Machine and Furniture Workers v. Midwest Fasteners, 779 F. Supp. 788,
794 (D.N.J. 1992).
Another matter for analysis is "insolvency of the debtor corporation."
It may well be true that Garney Morris, Inc. became insolvent in its last
couple years of existence. However, it is important to keep in mind that
"the very purpose of the corporate form is to limit the liability of
investors to the capital they pay in, see Zubik v.
Zubik, 384 F.2d 267, 273 (3d Cir. 1967); insolvency, without more,
is not a factor which can justify piercing a corporate veil."
Lutyk, 332 F.3d at 195 (citation omitted). There is nothing
before us to indicate that Mr. or Mrs. Morris inappropriately diverted
assets at any time, let alone when the company's liabilities may have
exceeded assets in 2002 and later. See id. On the contrary, at
various points Mr. Morris loaned large sums of money to the corporation
to maintain its solvency. By doing so, Mr. Morris acted to save the
corporation. His action in this regard militates against piercing the
corporate veil. See Teamsters Health & Welfare Fund,
241 F. Supp.2d at 504.
We must also determine whether the company's officers and directors
were "nonfunctioning." Garney Morris, Inc. did not have a designated
Board of Directors. While Mr. Morris was the only director, the company
did have officers who performed important functions. Mr. Morris, as
President, had responsibilities that varied over time. He managed corporate assets
and acted as a salesman and estimator. He also fulfilled roles in
customer relations and service. John Robinson, as Vice President, managed
the company's daily operations and served as a project manager until his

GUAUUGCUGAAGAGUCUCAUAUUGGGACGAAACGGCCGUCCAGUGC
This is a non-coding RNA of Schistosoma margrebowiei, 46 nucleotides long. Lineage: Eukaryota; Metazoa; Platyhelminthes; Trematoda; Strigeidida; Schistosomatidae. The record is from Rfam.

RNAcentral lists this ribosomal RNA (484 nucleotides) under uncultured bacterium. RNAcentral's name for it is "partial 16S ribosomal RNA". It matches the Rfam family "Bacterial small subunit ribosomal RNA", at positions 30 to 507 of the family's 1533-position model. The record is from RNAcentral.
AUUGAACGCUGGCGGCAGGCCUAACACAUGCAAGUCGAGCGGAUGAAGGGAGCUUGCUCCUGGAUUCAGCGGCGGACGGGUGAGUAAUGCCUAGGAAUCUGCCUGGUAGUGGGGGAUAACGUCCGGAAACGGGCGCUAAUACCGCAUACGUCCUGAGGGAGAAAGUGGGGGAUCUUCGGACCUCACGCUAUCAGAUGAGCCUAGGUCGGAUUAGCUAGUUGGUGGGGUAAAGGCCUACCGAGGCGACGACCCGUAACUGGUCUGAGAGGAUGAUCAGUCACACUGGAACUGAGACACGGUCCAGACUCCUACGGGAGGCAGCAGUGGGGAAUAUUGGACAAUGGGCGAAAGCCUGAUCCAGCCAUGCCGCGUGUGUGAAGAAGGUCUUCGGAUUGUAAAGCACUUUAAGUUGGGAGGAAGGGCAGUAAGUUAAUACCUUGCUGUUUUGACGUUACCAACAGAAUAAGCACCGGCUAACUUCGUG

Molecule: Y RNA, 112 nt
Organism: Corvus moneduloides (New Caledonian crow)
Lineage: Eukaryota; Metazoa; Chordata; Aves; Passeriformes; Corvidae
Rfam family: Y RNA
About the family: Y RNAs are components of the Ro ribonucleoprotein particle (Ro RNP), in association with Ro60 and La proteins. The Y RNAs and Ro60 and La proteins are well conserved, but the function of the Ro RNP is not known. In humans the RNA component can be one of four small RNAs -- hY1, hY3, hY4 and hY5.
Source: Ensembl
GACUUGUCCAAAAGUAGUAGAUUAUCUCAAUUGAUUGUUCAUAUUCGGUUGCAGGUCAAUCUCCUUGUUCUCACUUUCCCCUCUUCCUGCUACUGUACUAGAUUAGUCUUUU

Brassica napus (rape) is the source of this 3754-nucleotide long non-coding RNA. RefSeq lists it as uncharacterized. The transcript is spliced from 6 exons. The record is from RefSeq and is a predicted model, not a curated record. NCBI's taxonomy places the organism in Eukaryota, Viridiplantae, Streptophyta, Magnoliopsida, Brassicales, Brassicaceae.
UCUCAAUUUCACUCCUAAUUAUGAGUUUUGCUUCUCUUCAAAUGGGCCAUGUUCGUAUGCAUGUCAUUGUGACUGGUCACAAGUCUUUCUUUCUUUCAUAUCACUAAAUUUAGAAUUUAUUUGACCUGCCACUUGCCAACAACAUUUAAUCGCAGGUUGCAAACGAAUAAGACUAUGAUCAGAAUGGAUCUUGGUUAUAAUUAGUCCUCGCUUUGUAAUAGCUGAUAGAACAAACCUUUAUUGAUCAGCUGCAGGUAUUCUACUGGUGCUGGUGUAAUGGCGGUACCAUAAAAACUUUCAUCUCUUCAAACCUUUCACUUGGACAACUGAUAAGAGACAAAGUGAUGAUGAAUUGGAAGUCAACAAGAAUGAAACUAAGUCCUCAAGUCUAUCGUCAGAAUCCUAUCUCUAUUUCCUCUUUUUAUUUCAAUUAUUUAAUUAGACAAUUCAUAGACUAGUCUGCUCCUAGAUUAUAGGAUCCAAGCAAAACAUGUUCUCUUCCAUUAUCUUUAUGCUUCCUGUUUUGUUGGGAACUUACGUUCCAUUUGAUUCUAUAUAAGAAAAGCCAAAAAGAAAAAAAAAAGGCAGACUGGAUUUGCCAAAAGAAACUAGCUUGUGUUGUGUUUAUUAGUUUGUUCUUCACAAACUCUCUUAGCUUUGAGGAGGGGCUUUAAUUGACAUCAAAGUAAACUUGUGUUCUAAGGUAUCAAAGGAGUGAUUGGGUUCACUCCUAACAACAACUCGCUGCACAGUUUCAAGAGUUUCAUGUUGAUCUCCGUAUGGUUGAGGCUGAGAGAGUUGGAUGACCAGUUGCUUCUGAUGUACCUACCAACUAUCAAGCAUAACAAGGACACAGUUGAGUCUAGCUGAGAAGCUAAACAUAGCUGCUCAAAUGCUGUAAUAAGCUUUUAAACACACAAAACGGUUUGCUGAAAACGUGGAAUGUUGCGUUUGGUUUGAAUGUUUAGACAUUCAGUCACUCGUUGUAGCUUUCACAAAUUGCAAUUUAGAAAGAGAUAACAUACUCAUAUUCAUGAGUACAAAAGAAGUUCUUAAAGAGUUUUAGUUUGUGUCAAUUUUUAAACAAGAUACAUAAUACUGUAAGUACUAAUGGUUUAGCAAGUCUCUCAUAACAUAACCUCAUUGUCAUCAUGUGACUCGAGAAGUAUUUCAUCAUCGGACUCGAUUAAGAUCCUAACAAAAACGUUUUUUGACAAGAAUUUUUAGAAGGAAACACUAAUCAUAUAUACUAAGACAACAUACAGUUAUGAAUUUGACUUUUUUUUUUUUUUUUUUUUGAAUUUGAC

resignation sometime in 2002. Michelle Morris, the Chief Financial
Officer, coordinated the company's payables and receivables. To be sure,
the duties of the various company officers probably overlapped and
changed with the passage of the years. Mary Beth Morris was named
Secretary of the corporation, but she had no responsibility over the
company's operations or business affairs. Still, her lack of involvement
is entirely consistent with the type of corporation before us. That a
closely-held corporation has officers or directors who are not
functioning does not weigh strongly in favor of veil-piercing.
Lutyk at 196. What is clear, however, is that Garney Morris,
Inc. had officers who performed important functions for the corporation.
This counsels against going behind the corporate veil. See Teamsters
Health and Welfare Fund v. World Transportation, Inc., 241 F. Supp.2d 499,
505 (E.D. Pa. 2003).
Finally, we turn to the question of "whether the corporation is merely
a facade for the operations of the dominant stockholder." The record
contains nothing to establish that Garney Morris, Inc. was a "sham
corporation." See Kaplan, 19 F.3d at 1521-23. Indeed,